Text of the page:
This week on Zero Punctuation, Yahtzee reviews Werewolf: The Apocalypse – Earthblood.
Prologue: Premium Programs
This month, we're asking for your support through our premium programs via The Escapist+ and YouTube Memberships. Your support allows us to continue making the content we want instead of chasing algorithms or the latest trends. Plus, you get a bunch of perks like ad-free viewing via The Escapist+ on our main website, early access on YouTube via YouTube Memberships, and bonus content like our monthly Ask the Creators video series, where we answer your burning questions. Thanks in advance for your continued support! Guilt, guilt, bat eyelashes, bat eyelashes, etc.
Hey, people who like pen-and-paper role-playing, stop dazzling the world of fashion with your presence for a moment and listen. Have you ever thought that the campaign you're part of might work really well if adapted into a book or video game plot? Well, apply this simple test: go to literally anyone in the world and tell them about the most interesting thing that's ever happened in your game. Shortly, you will notice that their eyes appear to be focused on a point six feet behind your head, and they keep saying things like "Uh-huh." and "Right." and "If you don't stop talking, I'm going to scrape out my own eardrums with a teaspoon handle, you tedious, tedious fuck." For you see, nobody gives a shit about your imaginary heroics outside of the players directly involved, and the cloud of in-jokes, body odor, and Cheeto dust in which you meet, and anyone who says otherwise is either trying to seduce you or sell you a car.
The point is, Werewolf (HRUUH) The Apocalypse (HRUUH) Earthblood - fucking hell, that is the last time I read the full title out! - plays like a case of someone adapting their pen-and-paper role-playing sessions, in that it's full of contrivance, pointless characters, and repetitive environments because the DM either had Alzheimer's or a very limited set of room tiles. WereThePocBlood concerns Cahal, a gruff, hairy dad who looks like the breakout character from a popular reality TV series about gay motorcycle repairmen; he is a werewolf in a setting that's basically the premise of Captain Planet except with werewolves instead of diverse, go-getting teenagers, and where all issues are resolved by turning into a monster and tearing the enemy to coleslaw instead of summoning a demigod far too smug for someone wearing tiny red pants.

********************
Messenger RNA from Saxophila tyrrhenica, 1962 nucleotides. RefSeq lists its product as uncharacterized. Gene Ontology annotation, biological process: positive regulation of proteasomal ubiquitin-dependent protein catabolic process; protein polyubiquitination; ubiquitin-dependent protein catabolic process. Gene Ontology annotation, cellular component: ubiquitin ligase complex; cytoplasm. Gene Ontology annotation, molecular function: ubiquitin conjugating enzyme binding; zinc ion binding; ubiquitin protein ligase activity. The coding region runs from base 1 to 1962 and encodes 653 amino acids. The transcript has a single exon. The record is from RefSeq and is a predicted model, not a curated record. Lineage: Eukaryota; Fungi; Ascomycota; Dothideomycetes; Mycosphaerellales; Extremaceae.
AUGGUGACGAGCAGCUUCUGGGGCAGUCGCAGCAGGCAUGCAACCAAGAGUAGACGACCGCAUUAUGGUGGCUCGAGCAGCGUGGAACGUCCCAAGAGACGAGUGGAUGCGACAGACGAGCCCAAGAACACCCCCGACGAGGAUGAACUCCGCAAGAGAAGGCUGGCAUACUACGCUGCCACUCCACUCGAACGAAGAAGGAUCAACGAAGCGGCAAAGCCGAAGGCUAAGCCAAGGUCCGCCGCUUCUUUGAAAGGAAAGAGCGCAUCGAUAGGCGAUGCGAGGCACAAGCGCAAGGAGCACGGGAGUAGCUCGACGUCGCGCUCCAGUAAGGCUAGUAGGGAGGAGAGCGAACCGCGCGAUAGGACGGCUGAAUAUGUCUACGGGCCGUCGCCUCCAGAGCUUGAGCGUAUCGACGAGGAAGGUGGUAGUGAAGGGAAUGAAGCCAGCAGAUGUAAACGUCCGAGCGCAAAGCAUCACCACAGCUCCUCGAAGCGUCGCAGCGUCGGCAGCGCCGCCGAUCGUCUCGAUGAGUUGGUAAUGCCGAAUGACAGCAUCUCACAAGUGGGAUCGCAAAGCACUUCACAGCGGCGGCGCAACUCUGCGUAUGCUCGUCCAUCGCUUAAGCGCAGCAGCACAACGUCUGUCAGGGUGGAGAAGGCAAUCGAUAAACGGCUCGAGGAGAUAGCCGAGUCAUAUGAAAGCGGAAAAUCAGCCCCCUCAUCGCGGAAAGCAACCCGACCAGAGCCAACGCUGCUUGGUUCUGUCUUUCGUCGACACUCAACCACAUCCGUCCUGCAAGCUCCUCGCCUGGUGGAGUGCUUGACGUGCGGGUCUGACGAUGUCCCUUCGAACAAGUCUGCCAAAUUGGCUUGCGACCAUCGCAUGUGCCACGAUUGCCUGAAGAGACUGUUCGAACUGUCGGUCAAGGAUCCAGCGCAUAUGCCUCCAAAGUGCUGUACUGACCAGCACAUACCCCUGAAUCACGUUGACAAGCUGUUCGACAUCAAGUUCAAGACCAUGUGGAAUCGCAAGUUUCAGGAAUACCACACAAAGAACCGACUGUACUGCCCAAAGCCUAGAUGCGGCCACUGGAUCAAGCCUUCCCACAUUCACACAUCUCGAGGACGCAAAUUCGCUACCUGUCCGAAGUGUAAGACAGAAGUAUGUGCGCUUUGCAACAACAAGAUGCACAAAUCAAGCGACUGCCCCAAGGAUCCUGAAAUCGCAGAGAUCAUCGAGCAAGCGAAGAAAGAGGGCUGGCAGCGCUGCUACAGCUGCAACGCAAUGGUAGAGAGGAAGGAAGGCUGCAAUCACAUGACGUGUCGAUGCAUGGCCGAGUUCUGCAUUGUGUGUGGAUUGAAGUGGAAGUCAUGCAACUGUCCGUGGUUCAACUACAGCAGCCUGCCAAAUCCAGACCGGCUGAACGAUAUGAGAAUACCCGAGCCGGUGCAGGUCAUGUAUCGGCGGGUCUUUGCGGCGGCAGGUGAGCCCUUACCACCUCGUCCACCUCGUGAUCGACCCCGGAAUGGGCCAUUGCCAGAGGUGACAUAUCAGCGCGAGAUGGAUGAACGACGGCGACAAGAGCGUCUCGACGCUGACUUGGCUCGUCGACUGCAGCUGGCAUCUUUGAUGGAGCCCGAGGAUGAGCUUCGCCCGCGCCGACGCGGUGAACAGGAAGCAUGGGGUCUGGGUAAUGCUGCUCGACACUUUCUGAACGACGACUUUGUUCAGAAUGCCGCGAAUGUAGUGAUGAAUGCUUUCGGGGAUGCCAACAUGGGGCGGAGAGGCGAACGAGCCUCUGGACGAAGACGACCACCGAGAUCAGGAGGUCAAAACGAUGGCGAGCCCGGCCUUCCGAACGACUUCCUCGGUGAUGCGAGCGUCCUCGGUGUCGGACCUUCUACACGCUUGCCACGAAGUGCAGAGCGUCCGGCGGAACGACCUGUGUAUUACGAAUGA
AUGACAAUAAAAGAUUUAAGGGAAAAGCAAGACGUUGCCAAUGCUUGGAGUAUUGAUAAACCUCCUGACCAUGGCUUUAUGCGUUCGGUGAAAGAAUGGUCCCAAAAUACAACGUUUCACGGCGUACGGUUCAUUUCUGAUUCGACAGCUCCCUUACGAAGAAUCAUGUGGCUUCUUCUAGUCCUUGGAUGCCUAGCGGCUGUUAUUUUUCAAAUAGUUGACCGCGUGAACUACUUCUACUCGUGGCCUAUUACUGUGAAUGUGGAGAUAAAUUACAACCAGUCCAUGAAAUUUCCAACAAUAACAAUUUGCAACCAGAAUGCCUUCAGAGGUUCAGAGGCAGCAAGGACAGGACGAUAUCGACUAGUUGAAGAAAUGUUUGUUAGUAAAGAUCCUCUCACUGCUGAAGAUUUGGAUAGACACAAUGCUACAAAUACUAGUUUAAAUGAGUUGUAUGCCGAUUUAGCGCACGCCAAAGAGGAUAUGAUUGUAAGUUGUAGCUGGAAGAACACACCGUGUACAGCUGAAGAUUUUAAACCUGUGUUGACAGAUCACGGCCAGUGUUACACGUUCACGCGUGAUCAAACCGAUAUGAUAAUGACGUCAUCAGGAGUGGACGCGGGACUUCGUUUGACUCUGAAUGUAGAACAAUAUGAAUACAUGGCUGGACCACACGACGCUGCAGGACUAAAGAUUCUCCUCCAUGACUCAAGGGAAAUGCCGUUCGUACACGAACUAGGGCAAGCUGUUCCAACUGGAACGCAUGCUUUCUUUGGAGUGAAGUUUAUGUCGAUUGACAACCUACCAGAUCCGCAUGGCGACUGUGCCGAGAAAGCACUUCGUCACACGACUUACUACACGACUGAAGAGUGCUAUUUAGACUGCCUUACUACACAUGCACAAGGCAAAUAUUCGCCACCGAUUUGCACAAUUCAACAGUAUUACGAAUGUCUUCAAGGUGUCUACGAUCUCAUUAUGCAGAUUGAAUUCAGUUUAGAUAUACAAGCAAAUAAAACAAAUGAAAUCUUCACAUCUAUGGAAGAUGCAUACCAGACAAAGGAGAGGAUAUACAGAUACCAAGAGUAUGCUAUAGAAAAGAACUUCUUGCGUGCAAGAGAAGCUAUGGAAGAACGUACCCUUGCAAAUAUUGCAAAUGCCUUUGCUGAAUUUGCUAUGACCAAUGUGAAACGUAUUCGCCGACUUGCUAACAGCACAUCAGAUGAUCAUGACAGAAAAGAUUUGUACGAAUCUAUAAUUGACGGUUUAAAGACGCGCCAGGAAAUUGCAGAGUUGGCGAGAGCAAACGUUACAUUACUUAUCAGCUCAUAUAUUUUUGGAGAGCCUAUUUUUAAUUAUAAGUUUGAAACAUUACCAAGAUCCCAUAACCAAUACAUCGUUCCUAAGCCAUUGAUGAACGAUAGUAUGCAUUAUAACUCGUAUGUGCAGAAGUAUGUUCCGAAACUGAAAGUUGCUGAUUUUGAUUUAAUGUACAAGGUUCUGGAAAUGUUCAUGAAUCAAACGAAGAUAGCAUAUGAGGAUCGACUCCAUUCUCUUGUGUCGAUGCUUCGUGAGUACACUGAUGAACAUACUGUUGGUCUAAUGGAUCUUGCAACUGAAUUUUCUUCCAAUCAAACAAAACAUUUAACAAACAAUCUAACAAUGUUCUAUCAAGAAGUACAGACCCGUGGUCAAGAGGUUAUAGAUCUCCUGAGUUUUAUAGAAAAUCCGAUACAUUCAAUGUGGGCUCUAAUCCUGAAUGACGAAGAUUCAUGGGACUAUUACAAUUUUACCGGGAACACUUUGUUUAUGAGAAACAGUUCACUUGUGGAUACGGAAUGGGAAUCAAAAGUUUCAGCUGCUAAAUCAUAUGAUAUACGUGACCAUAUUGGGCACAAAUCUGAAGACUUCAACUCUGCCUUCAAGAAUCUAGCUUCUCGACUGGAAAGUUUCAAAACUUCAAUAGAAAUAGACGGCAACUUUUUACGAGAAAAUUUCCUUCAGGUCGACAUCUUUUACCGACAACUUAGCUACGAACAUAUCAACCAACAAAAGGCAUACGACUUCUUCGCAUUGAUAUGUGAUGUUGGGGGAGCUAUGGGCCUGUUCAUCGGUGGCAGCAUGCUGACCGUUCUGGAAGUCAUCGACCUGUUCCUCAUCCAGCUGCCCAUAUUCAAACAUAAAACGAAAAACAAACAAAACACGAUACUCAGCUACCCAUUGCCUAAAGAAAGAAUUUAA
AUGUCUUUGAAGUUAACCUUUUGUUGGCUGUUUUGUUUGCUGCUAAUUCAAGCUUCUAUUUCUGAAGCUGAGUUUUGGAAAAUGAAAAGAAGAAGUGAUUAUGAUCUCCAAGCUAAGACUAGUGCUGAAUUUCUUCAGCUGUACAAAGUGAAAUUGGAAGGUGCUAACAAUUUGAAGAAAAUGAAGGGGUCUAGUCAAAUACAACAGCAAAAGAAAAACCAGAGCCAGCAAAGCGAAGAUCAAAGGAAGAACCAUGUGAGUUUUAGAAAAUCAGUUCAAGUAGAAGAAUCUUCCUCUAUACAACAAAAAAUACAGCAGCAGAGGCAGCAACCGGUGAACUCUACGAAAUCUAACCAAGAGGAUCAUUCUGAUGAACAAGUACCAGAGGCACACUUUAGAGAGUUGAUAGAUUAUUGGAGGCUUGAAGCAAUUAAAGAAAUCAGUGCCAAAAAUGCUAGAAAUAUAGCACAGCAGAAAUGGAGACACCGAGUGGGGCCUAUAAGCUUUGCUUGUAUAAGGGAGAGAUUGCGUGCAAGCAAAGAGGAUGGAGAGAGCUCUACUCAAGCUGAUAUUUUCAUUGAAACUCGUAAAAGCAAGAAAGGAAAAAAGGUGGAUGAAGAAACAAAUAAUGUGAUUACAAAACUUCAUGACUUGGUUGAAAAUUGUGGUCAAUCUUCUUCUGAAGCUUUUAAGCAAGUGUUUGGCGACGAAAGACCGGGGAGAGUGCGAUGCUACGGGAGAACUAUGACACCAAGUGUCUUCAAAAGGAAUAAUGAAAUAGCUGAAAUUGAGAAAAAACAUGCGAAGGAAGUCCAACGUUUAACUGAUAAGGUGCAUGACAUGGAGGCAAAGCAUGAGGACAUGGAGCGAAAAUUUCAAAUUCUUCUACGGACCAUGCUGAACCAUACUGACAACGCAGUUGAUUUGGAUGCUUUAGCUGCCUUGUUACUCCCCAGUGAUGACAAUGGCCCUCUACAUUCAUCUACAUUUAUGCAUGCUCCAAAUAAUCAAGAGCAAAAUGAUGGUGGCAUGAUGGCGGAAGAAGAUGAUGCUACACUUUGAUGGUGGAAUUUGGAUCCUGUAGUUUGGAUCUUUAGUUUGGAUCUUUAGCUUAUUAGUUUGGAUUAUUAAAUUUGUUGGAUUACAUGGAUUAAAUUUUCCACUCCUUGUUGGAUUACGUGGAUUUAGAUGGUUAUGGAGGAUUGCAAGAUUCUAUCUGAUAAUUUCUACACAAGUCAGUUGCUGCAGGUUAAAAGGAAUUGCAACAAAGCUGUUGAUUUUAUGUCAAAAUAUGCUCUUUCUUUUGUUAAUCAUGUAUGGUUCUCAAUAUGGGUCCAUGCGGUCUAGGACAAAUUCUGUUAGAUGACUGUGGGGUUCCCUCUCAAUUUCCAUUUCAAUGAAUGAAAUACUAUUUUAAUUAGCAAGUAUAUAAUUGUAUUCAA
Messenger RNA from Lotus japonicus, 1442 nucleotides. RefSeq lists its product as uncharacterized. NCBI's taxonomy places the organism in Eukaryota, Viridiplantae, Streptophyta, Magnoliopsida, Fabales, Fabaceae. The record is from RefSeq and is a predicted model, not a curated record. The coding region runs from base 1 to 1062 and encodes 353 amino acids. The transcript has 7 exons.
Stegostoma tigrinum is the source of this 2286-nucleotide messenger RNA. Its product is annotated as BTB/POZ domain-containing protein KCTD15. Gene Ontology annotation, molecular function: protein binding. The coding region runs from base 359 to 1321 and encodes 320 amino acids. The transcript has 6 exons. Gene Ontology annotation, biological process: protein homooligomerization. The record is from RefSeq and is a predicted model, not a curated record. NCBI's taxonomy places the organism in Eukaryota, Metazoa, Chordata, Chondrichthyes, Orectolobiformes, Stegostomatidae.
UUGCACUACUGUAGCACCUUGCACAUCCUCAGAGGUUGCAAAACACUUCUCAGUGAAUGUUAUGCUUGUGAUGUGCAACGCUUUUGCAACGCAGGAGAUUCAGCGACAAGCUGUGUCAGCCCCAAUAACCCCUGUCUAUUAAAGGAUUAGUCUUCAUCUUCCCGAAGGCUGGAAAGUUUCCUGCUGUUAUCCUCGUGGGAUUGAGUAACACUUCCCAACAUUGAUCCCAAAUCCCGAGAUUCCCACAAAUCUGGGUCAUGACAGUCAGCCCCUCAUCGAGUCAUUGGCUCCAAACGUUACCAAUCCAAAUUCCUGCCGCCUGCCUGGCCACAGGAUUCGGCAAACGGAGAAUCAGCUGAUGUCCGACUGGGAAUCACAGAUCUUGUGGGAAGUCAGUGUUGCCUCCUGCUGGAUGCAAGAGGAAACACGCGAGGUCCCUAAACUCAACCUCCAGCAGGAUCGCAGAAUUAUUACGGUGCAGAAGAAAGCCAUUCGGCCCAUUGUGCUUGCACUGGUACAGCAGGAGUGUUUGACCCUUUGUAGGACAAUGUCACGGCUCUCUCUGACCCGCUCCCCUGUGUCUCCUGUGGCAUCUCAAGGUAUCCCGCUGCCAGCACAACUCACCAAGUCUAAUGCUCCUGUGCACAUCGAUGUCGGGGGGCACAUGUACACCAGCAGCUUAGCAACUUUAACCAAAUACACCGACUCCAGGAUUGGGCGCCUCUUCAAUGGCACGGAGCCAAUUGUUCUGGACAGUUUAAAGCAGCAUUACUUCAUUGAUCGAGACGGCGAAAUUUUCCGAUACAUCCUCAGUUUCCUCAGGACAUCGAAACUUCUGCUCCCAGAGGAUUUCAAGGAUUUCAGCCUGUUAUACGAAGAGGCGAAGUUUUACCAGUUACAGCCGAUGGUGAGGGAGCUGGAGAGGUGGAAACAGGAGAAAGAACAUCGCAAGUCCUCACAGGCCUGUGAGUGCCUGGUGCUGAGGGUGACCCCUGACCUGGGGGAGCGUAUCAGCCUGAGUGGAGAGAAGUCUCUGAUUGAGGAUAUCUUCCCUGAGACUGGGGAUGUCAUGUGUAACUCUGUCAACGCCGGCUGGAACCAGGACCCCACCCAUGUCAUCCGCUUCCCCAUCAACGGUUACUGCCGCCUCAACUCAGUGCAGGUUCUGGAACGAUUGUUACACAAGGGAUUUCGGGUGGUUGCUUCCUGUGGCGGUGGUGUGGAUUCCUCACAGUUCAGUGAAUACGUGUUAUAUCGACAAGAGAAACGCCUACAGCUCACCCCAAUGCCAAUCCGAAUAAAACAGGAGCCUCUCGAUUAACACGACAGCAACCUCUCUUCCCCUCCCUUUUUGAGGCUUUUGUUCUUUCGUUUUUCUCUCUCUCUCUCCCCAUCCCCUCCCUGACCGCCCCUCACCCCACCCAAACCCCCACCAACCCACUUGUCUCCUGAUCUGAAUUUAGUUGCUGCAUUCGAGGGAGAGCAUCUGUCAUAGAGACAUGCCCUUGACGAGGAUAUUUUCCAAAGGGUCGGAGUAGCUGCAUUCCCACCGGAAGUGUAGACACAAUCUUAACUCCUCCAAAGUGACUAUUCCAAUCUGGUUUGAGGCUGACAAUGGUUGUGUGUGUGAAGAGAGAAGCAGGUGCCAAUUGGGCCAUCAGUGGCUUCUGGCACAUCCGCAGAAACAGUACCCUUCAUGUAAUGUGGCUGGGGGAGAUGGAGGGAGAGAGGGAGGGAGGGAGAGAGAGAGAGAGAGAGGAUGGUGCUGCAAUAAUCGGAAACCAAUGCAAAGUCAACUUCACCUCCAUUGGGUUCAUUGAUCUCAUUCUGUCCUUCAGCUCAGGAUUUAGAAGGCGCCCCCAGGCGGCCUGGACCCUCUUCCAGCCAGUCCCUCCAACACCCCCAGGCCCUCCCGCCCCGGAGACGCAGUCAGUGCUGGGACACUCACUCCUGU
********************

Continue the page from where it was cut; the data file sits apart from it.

I mean, the writing's certainly about as complex as Captain Planet, pointlessly excessive gore aside, because it mainly centers around an evil polluting corporation who are ravaging the Earth, not for wealth or to meet the needs of an ever-growing, ever-complacent humanity, but because they are being literally controlled by an evil monster and are actively trying to destroy the world. So yeah, the story's about as nuanced as hammering a six-inch nail through your forehead. Cahal is part of an eco-terror group working against SuperMegaGloboTech; his wife gets killed on a raid, he goes a bit bananas and kills someone else, leaves the pack in shame for five years, but then he comes back 'cos he has to finish the fight, or possibly because the game world doesn't consist of anything other than the facilities of the evil corporation and one werewolf hideout about a minute's walk away from all of them.
If it hasn't become obvious yet, Werewolf: The Pocky Arse Blurp isn't a very good game; it's a game of midrange budget from a European studio, and is very much what one should expect of midrange Euro-jank that wants to eat at the AAA table but only got as far as the stealth and the action and couldn't manage the open world, the crafting, or the collectibles. But even for midrange Euro-jank, I struggle to think of any game whose core gameplay is more completely at odds with the themes of its plot and abilities of its main character; I mean, here's this dude who can turn into either a rampaging wolf monster or a lithe normal wolf that can dash through the wilderness faster than an enchilada through an elderly relative's digestive system, and then he spends most of his time crouching behind cubicle dividers in cramped metal rooms, like a scoliosis sufferer queueing to go on Space Mountain.